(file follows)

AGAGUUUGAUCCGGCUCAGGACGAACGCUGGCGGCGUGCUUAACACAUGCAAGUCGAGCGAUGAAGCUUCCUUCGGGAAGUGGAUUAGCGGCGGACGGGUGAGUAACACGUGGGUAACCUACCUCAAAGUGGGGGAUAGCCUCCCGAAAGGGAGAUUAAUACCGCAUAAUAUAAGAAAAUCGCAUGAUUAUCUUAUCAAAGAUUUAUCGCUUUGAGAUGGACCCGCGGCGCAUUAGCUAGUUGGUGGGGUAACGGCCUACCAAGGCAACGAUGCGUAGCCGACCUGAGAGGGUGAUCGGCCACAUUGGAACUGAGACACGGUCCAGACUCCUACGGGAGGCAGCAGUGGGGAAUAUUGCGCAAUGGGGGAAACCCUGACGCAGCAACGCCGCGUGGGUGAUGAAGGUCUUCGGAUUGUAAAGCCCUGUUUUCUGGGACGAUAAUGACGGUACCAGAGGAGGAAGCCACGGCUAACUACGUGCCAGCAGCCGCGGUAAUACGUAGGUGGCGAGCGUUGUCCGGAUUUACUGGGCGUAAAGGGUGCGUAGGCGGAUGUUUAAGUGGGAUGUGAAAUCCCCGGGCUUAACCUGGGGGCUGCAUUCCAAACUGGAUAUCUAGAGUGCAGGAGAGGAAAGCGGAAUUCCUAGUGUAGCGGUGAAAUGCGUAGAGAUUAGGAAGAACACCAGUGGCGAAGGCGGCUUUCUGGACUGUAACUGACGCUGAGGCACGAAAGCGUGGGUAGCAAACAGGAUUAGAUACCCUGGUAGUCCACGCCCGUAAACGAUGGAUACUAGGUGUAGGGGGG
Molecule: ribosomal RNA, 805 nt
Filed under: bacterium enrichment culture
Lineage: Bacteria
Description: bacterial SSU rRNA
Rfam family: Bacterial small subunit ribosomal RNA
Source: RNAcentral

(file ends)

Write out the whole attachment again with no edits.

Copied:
AGAGUUUGAUCCGGCUCAGGACGAACGCUGGCGGCGUGCUUAACACAUGCAAGUCGAGCGAUGAAGCUUCCUUCGGGAAGUGGAUUAGCGGCGGACGGGUGAGUAACACGUGGGUAACCUACCUCAAAGUGGGGGAUAGCCUCCCGAAAGGGAGAUUAAUACCGCAUAAUAUAAGAAAAUCGCAUGAUUAUCUUAUCAAAGAUUUAUCGCUUUGAGAUGGACCCGCGGCGCAUUAGCUAGUUGGUGGGGUAACGGCCUACCAAGGCAACGAUGCGUAGCCGACCUGAGAGGGUGAUCGGCCACAUUGGAACUGAGACACGGUCCAGACUCCUACGGGAGGCAGCAGUGGGGAAUAUUGCGCAAUGGGGGAAACCCUGACGCAGCAACGCCGCGUGGGUGAUGAAGGUCUUCGGAUUGUAAAGCCCUGUUUUCUGGGACGAUAAUGACGGUACCAGAGGAGGAAGCCACGGCUAACUACGUGCCAGCAGCCGCGGUAAUACGUAGGUGGCGAGCGUUGUCCGGAUUUACUGGGCGUAAAGGGUGCGUAGGCGGAUGUUUAAGUGGGAUGUGAAAUCCCCGGGCUUAACCUGGGGGCUGCAUUCCAAACUGGAUAUCUAGAGUGCAGGAGAGGAAAGCGGAAUUCCUAGUGUAGCGGUGAAAUGCGUAGAGAUUAGGAAGAACACCAGUGGCGAAGGCGGCUUUCUGGACUGUAACUGACGCUGAGGCACGAAAGCGUGGGUAGCAAACAGGAUUAGAUACCCUGGUAGUCCACGCCCGUAAACGAUGGAUACUAGGUGUAGGGGGG
Molecule: ribosomal RNA, 805 nt
Filed under: bacterium enrichment culture
Lineage: Bacteria
Description: bacterial SSU rRNA
Rfam family: Bacterial small subunit ribosomal RNA
Source: RNAcentral